It's not easy being green, as a famous frog once sang. It's also not easy being a short seller, especially in market that keeps hitting new records. But someone's got to do it and few have done it as well or formas long as Doug Kass of Seabreeze Partners.
Kass is rare among short-sellers in that he's a public persona and discusses active short positions on television and in publications like Barron's and TheStreet.com's RealMoney Pro service. So when Kass came to Yahoo Finance this week to discuss his new book Doug Kass on the Market: A Life on The Street, I had to get his opinion about one of the most public short-selling events in recent memory: Bill Ackman's crusade against Herbalife.
In December 2012, Ackman laid out his short thesis in an epic 342-page slide presentation at the Ira Sohn Conference in Manhattan. At the time, Ackman claimed he will stay short until the stock goes to zero, called Herbalife "a pyramid scheme" and pressured federal regulators to investigate. (The Federal Trade Commission launched an investigation in March, but the company's CFO told Bloomberg last month the firm expects to be exonerated. The FBI and Attorney Generals in several states are reportedly also investigating the fraud allegations.)
Herbalife shares have gone on a wild ride in the past two years, going from nearly $43 the day before Ackman first announced his short position to nearly $82 in January 2014 before tumbling again to currently trade around $38. In between, Ackman got into an epic battle with Carl Ichan, one of a number of fund managers who took long positions in Herbalife and put Ackman's position under intense pressure; it's why they call it a short "squeeze."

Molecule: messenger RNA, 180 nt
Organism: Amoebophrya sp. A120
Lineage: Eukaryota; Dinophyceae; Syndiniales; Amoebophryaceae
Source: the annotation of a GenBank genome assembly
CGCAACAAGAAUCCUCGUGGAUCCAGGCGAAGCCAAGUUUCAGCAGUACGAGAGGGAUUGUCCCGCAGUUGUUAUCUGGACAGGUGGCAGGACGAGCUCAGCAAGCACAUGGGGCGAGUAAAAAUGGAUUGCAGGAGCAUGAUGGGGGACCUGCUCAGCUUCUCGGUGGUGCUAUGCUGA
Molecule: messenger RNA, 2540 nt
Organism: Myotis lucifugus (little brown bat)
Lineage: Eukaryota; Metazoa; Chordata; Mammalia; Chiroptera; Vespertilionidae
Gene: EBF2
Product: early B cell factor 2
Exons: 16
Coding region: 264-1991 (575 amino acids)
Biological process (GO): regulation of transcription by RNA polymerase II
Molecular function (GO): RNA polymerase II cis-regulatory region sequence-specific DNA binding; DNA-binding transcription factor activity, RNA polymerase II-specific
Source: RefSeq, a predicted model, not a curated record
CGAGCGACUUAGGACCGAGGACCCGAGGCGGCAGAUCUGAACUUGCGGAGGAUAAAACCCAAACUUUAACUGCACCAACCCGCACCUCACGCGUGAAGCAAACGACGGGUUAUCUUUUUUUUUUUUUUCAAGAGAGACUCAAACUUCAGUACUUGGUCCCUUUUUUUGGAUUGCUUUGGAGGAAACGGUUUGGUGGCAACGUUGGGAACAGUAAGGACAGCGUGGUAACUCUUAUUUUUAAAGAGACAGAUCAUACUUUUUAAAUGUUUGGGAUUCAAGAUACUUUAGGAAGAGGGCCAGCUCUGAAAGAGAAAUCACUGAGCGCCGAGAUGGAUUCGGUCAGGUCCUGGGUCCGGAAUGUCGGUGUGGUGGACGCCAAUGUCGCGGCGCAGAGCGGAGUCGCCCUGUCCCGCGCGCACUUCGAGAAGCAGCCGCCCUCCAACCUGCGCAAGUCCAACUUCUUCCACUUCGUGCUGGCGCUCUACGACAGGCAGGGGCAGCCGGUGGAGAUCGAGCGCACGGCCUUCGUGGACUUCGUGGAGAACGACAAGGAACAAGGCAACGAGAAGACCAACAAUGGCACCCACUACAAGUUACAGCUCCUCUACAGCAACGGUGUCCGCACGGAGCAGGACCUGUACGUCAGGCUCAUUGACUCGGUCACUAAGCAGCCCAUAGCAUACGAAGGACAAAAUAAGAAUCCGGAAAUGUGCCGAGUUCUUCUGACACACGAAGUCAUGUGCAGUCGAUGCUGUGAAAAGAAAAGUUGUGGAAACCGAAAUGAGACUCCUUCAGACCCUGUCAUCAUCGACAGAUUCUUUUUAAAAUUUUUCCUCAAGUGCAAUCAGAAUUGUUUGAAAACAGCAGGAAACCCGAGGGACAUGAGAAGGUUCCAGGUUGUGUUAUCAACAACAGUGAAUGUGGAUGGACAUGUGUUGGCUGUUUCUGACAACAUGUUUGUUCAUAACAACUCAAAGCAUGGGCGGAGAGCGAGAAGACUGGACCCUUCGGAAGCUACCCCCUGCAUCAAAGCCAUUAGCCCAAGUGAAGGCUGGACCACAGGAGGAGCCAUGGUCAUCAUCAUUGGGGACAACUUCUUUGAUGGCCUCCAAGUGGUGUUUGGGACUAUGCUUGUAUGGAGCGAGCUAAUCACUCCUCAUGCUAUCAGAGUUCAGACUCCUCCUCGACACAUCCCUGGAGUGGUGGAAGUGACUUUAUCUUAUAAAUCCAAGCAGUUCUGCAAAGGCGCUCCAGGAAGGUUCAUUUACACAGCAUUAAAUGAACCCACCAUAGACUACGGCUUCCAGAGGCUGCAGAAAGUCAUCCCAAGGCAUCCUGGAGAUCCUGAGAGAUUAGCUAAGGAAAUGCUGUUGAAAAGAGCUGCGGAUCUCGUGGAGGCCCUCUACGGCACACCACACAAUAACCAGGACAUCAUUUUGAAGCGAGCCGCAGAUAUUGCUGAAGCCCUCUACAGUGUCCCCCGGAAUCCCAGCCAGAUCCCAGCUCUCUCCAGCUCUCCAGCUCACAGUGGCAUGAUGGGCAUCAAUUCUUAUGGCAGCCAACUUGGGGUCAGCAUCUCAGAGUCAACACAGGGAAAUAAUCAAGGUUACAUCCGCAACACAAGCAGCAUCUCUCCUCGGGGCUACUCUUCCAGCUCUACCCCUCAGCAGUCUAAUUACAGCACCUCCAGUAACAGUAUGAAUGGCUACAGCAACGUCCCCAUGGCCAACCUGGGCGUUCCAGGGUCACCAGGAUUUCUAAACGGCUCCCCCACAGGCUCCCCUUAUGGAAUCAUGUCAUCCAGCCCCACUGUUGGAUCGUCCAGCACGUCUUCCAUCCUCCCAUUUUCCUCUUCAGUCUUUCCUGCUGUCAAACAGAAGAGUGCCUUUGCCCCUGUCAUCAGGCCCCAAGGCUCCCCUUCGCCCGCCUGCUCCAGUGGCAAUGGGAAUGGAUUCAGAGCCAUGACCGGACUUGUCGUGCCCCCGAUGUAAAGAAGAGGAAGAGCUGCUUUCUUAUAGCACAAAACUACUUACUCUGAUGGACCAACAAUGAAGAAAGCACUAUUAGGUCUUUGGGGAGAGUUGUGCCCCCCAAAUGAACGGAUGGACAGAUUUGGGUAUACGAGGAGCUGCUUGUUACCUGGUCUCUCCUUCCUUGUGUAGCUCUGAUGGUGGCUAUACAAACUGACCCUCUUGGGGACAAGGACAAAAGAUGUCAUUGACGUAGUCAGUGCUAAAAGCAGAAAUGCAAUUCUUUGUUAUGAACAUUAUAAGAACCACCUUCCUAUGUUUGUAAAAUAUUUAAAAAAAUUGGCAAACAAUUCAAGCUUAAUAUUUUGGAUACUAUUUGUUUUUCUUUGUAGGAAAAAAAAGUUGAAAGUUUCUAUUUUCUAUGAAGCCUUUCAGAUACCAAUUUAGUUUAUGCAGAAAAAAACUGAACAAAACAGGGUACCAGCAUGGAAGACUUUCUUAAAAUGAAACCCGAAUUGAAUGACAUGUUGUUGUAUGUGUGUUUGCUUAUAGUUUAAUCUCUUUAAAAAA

It's the kind of battle the media loves (Yahoo Finance included) but not what Kass recommends for anyone looking to play the short side.
"As attractive as a short sale might be, I am not interested in getting involved in a short squeeze as [Ackman] did in the embryonic stage of his short position," Kass says. "I have the scars on my back from the experience and I don't want to do that again."
In his book, Kass details his precepts and principles for short selling. "It's a non-starter for me if the short interest as a percentage of the average trading volume or as a percentage of the float...is substantial," he says, defining that as short interest over 7% of the float or more than 1.5 times the average daily trading volume as was/is the case with Herbalife.
Currently, short interest is over 39% of Herbalife's float and represents about 1.2% of average daily volume for the past 90 days, according to Yahoo Finance.
"The publicity associated when [Ackman] had a 400-page deck slideshow? I wouldn't do that either," Kass says, although he's willing to broadly discuss short positions. Rather than get into a battleground short like Herbalife, Kass prefers to target "a boring mundane slow growth company that sell widgets...whose secular growth prospects and business model is much worse than what the consensus thinks."
Aaron Task is Editor-in-Chief of Yahoo Finance. You can follow him on Twitter at @aarontask or email him at firstname.lastname@example.org.